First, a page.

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The anchoring bias reflects rational use of cognitive resources


Lieder, Falk; Griffiths, Thomas L; Huys, Quentin J M; Goodman, Noah D (2018). The anchoring bias reflects rational use of cognitive resources. Psychonomic Bulletin & Review, 25(1):322-349.

Abstract

Cognitive biases, such as the anchoring bias, pose a serious challenge to rational accounts of human cognition. We investigate whether rational theories can meet this challenge by taking into account the mind's bounded cognitive resources. We asked what reasoning under uncertainty would look like if people made rational use of their finite time and limited cognitive resources. To answer this question, we applied a mathematical theory of bounded rationality to the problem of numerical estimation. Our analysis led to a rational process model that can be interpreted in terms of anchoring-and-adjustment. This model provided a unifying explanation for ten anchoring phenomena including the differential effect of accuracy motivation on the bias towards provided versus self-generated anchors. Our results illustrate the potential of resource-rational analysis to provide formal theories that can unify a wide range of empirical results and reconcile the impressive capacities of the human mind with its apparently irrational cognitive biases.

Abstract

Cognitive biases, such as the anchoring bias, pose a serious challenge to rational accounts of human cognition. We investigate whether rational theories can meet this challenge by taking into account the mind's bounded cognitive resources. We asked what reasoning under uncertainty would look like if people made rational use of their finite time and limited cognitive resources. To answer this question, we applied a mathematical theory of bounded rationality to the problem of numerical estimation. Our analysis led to a rational process model that can be interpreted in terms of anchoring-and-adjustment. This model provided a unifying explanation for ten anchoring phenomena including the differential effect of accuracy motivation on the bias towards provided versus self-generated anchors. Our results illustrate the potential of resource-rational analysis to provide formal theories that can unify a wide range of empirical results and reconcile the impressive capacities of the human mind with its apparently irrational cognitive biases.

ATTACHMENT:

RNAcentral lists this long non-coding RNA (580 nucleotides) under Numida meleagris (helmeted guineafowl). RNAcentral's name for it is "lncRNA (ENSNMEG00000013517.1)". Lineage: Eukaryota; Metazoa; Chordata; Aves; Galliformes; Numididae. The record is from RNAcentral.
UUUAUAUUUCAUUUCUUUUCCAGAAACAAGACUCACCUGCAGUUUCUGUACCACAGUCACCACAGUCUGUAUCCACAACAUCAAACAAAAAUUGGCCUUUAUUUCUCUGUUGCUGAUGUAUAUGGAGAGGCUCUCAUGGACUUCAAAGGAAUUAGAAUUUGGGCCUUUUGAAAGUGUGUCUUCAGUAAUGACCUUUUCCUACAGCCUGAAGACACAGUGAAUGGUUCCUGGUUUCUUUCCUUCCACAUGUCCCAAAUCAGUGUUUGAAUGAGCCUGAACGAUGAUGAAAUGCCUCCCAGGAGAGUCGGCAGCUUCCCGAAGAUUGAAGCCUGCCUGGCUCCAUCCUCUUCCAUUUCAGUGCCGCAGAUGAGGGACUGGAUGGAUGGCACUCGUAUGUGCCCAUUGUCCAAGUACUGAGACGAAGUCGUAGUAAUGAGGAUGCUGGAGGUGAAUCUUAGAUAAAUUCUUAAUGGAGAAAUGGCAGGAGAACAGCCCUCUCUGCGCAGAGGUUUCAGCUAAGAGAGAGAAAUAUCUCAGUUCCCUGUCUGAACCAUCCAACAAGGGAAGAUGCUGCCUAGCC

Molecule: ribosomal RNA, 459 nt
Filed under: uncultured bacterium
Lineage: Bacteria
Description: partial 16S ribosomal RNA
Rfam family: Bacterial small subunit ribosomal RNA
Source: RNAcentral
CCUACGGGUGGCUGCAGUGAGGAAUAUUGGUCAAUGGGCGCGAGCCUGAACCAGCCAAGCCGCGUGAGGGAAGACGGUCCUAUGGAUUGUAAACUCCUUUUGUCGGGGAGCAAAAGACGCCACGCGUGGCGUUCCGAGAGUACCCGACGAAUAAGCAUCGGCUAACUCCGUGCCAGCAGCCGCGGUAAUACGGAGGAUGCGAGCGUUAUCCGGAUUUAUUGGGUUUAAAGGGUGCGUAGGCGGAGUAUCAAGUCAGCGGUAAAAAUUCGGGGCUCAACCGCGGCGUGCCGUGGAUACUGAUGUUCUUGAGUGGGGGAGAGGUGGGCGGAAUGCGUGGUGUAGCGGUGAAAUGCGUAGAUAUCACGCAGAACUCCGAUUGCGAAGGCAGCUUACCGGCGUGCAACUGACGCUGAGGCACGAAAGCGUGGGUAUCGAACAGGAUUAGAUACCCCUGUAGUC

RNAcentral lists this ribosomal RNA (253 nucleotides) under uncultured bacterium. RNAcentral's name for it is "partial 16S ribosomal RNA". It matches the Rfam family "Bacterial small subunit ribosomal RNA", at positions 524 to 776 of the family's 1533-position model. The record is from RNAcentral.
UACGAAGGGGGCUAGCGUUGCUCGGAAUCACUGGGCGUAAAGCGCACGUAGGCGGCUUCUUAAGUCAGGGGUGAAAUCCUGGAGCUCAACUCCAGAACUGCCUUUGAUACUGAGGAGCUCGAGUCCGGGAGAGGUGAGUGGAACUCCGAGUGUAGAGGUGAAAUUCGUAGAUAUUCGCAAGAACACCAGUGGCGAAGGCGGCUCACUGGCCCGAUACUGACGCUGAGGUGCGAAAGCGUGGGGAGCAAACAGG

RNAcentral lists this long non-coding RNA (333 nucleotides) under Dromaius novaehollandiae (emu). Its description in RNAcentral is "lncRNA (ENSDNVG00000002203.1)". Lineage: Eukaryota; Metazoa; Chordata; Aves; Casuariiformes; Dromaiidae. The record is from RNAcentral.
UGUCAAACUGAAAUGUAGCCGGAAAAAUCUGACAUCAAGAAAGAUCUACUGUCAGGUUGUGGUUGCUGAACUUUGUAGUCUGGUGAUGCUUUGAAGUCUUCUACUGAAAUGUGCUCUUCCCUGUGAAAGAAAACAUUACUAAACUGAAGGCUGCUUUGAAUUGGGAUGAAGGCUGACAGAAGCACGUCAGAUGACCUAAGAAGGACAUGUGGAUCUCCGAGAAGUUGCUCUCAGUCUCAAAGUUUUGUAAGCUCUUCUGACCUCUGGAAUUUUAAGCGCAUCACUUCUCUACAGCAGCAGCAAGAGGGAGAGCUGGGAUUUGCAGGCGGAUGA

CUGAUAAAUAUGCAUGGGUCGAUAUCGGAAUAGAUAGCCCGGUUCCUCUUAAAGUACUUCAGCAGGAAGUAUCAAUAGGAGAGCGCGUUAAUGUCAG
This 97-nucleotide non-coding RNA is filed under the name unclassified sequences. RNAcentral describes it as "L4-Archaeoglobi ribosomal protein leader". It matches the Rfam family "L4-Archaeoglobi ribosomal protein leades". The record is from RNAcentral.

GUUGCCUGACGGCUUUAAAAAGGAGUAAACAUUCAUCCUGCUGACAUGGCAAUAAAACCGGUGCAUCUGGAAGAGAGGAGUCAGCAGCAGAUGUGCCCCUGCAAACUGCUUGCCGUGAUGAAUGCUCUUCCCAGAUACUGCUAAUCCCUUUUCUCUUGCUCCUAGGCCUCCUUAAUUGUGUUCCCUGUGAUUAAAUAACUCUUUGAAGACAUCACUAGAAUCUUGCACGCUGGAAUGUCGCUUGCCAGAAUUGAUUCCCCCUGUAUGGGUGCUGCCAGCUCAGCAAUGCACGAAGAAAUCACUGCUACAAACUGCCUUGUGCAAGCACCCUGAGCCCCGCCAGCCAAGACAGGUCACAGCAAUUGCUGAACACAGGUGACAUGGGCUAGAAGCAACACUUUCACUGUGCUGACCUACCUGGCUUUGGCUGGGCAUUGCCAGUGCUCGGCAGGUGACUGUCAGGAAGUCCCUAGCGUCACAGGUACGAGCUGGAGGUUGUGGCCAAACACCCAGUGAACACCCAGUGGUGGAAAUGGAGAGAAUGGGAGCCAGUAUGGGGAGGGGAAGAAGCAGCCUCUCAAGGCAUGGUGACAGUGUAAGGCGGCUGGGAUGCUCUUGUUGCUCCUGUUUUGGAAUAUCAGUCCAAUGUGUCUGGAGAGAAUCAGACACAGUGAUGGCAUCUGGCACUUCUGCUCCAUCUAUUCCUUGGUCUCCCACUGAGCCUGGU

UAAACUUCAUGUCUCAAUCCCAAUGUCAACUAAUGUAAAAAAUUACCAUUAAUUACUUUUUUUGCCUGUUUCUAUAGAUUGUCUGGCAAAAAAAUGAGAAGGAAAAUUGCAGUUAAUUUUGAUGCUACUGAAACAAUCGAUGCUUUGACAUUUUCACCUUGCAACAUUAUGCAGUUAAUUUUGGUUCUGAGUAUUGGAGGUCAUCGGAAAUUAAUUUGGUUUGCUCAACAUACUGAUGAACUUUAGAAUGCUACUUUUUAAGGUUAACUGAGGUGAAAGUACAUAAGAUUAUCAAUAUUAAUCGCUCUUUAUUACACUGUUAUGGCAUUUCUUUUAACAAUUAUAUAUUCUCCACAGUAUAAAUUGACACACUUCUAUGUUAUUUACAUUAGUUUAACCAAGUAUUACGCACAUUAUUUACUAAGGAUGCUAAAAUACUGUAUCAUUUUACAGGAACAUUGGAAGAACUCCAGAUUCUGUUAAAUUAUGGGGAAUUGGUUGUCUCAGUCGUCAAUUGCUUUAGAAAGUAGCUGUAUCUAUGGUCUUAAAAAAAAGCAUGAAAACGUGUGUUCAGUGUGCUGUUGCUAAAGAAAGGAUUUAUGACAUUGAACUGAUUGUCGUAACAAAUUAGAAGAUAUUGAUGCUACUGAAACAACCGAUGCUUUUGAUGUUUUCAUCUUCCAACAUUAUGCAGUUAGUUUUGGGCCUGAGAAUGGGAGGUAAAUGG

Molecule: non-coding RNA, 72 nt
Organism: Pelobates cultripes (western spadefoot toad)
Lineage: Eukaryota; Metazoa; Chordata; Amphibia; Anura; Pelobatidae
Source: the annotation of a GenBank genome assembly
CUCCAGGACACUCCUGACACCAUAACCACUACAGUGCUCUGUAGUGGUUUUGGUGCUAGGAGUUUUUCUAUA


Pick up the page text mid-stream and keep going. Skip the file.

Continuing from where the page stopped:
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Additional indexing

Item Type:Journal Article, refereed, further contribution
Communities & Collections:04 Faculty of Medicine > Institute of Biomedical Engineering
Dewey Decimal Classification:170 Ethics
610 Medicine & health
Language:English
Date:2018
Deposited On:20 Jun 2017 06:40
Last Modified:22 Mar 2018 02:00
Publisher:Springer
ISSN:1069-9384
OA Status:Closed
Free access at:Publisher DOI. An embargo period may apply.
Publisher DOI:https://doi.org/10.3758/s13423-017-1286-8
PubMed ID:28484952

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